We didn’t expect much from the 2016 version of Doom. The last iteration of the game, which shipped in 2004, felt like a hackneyed cross between System Shock 2 and an early 1990s shooter. The new Doom (originally Doom 4) has been mired in development hell for years, and early feedback on the multiplayer wasn’t very kind.
We can’t speak for the multiplayer, since we’ve yet to venture online, but the single-player campaign is much more faithful to the spirit of the original game than Doom 3 was. While there is a story, id Software opted for a framework that’s more-or-less an excuse to hurl weapons, power-ups, and abilities at you while you chew through the demons pouring through the portal.
Doom kicks off as you wake up chained to a block of stone, snap your bonds, and smash a few zombies (called the Possessed). It quickly becomes apparent that unlike in Doom 3, where the secret research that tapped into Hell was known only to a handful of base personnel, Doom staff and researchers were fully aware of what they were doing. At one point you’re actually told, “We exploited Hell and its resources because it was in the best interests of humanity to do so.”
Doom’s actual gameplay does an excellent job of capturing the speed and energy of the original — far more than the 2005 iteration. Doom is faster than even the first game and plays more like Brutal Doom, the extensive mod project that reworks the base game and adds features like jumping and freelook. Enemies in Brutal Doom respond to the player more quickly than their classic counterparts, and Doom is a high-energy title. You’ll leap across crevices, pull yourself up to ledges, chase down imps as they leap from pillars to roofs or new vantage points, and frantically dodge the ground attacks of Hell Knights.
While Doom 3 stuck almost entirely to straight-line firefights in cramped rooms and narrow spaces, Doom alternates between open vistas and cramped environments. While I haven’t finished the game, all of the levels I’ve played thus far have been built both vertically and horizontally. Secrets peek out from ledges or caves you can’t initially access, while the interior environments offer a mixture of choke points and open industrial areas.
The firefights with demons and zombies are intense and fast. Gamers were concerned about the lack of strafing in the latest Doom, but its omission doesn’t mean you have the option to stand still. Doom encourages you to use its physical fatality system by rewarding you with health and ammunition if you perform melee finishing movies. If you find the game’s visual indicator of when a monster is ready to be finished off distracting (creatures glow orange when they can be killed with a fatality), you can disable this in the in-game options. I did so immediately and I think the game plays better without it.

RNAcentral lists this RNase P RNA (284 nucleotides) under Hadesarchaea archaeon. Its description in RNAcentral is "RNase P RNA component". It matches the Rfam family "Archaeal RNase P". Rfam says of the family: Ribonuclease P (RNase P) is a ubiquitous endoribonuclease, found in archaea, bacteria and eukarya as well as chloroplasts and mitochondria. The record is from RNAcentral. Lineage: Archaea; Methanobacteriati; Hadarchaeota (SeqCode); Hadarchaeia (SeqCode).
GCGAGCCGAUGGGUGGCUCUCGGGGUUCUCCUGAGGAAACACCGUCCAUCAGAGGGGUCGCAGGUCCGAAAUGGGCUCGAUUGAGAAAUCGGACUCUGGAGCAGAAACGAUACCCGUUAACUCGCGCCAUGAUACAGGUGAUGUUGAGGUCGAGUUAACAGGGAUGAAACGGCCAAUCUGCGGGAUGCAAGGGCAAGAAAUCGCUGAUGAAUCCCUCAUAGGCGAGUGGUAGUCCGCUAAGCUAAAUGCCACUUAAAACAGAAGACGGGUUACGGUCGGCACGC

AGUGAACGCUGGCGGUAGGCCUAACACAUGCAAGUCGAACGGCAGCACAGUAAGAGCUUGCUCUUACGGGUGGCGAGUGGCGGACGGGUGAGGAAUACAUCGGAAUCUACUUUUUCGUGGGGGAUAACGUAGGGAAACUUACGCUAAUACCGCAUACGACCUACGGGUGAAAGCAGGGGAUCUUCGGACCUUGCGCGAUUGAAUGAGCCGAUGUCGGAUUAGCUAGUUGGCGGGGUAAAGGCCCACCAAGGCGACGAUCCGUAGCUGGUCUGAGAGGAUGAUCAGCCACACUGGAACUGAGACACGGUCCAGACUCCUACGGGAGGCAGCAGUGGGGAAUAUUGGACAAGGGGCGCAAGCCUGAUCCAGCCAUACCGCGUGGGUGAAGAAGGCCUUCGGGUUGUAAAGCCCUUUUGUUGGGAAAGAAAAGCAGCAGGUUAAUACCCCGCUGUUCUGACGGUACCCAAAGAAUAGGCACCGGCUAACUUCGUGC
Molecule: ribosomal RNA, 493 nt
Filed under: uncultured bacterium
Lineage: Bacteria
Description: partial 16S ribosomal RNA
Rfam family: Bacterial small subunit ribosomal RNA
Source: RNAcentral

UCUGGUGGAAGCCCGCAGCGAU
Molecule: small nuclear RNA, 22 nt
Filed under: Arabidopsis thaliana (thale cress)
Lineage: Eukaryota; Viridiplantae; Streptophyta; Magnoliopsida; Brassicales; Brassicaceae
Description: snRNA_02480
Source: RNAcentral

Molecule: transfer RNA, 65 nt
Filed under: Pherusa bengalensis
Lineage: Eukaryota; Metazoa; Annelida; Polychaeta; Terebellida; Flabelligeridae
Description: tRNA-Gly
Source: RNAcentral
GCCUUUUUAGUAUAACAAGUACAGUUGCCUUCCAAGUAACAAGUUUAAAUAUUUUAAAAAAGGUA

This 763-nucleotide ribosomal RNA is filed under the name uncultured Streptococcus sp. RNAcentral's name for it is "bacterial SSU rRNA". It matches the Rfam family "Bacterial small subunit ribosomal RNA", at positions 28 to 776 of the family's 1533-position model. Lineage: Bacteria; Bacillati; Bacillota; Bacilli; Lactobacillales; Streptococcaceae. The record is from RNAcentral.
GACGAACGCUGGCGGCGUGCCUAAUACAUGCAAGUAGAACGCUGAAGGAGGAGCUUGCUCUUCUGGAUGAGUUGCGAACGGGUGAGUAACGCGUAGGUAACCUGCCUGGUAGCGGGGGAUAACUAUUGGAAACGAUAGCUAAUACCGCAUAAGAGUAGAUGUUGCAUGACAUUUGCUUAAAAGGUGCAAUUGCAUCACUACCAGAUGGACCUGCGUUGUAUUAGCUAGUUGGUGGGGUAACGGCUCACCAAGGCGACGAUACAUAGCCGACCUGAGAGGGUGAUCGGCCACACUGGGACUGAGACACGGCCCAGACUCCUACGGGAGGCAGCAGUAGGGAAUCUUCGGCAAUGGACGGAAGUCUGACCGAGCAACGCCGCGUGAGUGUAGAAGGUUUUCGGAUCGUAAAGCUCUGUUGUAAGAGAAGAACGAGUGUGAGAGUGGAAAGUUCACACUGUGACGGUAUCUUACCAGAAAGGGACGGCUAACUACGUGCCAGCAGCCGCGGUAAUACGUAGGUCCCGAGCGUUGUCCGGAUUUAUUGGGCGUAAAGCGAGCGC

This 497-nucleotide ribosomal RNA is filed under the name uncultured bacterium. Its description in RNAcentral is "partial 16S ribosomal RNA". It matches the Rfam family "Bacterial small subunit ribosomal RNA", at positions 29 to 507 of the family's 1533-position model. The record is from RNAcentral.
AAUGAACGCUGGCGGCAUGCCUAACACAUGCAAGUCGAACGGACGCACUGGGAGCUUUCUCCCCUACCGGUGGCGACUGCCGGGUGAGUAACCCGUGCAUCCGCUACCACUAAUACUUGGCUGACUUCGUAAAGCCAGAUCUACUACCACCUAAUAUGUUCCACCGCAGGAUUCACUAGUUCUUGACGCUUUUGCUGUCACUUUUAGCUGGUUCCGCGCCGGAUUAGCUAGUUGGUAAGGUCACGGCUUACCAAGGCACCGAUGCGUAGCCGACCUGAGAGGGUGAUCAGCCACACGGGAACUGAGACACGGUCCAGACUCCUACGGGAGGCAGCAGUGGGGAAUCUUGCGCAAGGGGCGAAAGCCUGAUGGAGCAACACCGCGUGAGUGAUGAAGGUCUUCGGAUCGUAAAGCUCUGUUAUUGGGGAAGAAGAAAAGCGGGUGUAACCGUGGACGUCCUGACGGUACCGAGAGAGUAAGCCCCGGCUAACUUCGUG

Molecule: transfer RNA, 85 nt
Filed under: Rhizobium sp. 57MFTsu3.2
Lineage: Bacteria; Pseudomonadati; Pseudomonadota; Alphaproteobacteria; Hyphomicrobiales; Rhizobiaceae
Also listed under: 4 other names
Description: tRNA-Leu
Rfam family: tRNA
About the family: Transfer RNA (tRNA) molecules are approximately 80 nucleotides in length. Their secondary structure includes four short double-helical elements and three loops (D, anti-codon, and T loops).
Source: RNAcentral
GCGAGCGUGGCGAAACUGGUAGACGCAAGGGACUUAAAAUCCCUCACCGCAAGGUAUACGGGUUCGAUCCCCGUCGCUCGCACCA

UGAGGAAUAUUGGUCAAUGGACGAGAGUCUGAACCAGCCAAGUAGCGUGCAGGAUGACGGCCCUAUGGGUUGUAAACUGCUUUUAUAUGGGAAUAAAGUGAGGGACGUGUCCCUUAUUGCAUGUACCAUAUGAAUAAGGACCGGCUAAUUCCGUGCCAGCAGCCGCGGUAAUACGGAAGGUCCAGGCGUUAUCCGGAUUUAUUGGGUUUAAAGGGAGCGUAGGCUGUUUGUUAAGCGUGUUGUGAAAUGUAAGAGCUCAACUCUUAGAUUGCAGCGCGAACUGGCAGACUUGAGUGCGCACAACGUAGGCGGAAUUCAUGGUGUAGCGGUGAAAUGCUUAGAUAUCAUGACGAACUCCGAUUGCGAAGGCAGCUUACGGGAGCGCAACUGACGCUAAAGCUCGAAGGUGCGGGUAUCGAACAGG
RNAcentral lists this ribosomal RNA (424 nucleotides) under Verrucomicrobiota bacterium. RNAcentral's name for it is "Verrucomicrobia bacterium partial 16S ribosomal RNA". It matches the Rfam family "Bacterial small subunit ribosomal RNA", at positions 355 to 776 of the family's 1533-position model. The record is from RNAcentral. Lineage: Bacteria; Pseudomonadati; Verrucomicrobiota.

There’s a wealth of content to unlock, including upgrades for your weapons, armor, and mystic runes you can earn through completing special challenge maps. The upgrade system gives you options for weapon customization and offers a variety of alternate fire modes. The basic shotgun, for example, can be upgraded to fire either an explosive shell or a triple-charged shot. Both of these powers can themselves be upgraded and when you’ve bought all the powers for a particular weapon sub-type, you earn a “Mastery” bonus that further improves the weapon.
Sounds and visuals are both good, with one notable exception — the rocket launcher sounds more like someone throwing a hand-sized rock at a wall than an actual shoulder-mounted explosive cannon. One of the complaints about Doom’s multiplayer mode was that the game’s rocket launcher felt weaker than the shotgun and I’m unhappy to report that that seems to be the case in single-player as well. Luckily most of the other guns feel meatier and the sound effects are stronger.
There are a lot of subtle touches to like about Doom’s single-player maps. While there’s still an objective waypoint system to offer general guidance, many (but not all) of the vertical surfaces you can scale are called out with subtle lighting effects. The game uses a fairly standard “Enter the enclosed space and turn enemies into a meat slurry before moving on” approach, but the maps give you plenty of hiding spots, vantage points, and environmental hazards. The double-jump boots open up new scaling opportunities but also make it easier to overshoot your targets and sail off into space.
There are a handful of things I wish Doom had done differently. I like the weapon upgrades and unlocks, but it’s more difficult to arrange fights so that demons end up blasting away at each other rather than at you. The game takes some cues from platformers, including the Argent Tower level, which heavily emphasizes the vertical, but if you don’t play Doom to platform (and I suspect most don’t), then this level can be an exercise in frustration. The game doesn’t use a standard PC save system, instead opting for checkpoints, and while these work reasonably well, it’s frustrating to continually reload and reattempt the same sequence when the last game save is 30-60 seconds away from the actual part of the game giving you trouble.
If these seem like fairly minor criticisms, it’s because they are. The 2016 iteration of Doom may not necessarily be a flawless game, but it’s pretty darn good, especially for fans of the classic franchise. In my personal opinion it does a better job capturing what made the first Doom great than Doom 3 did in 2004, and it’s genuinely better than I would’ve expected given the years it spent in development hell.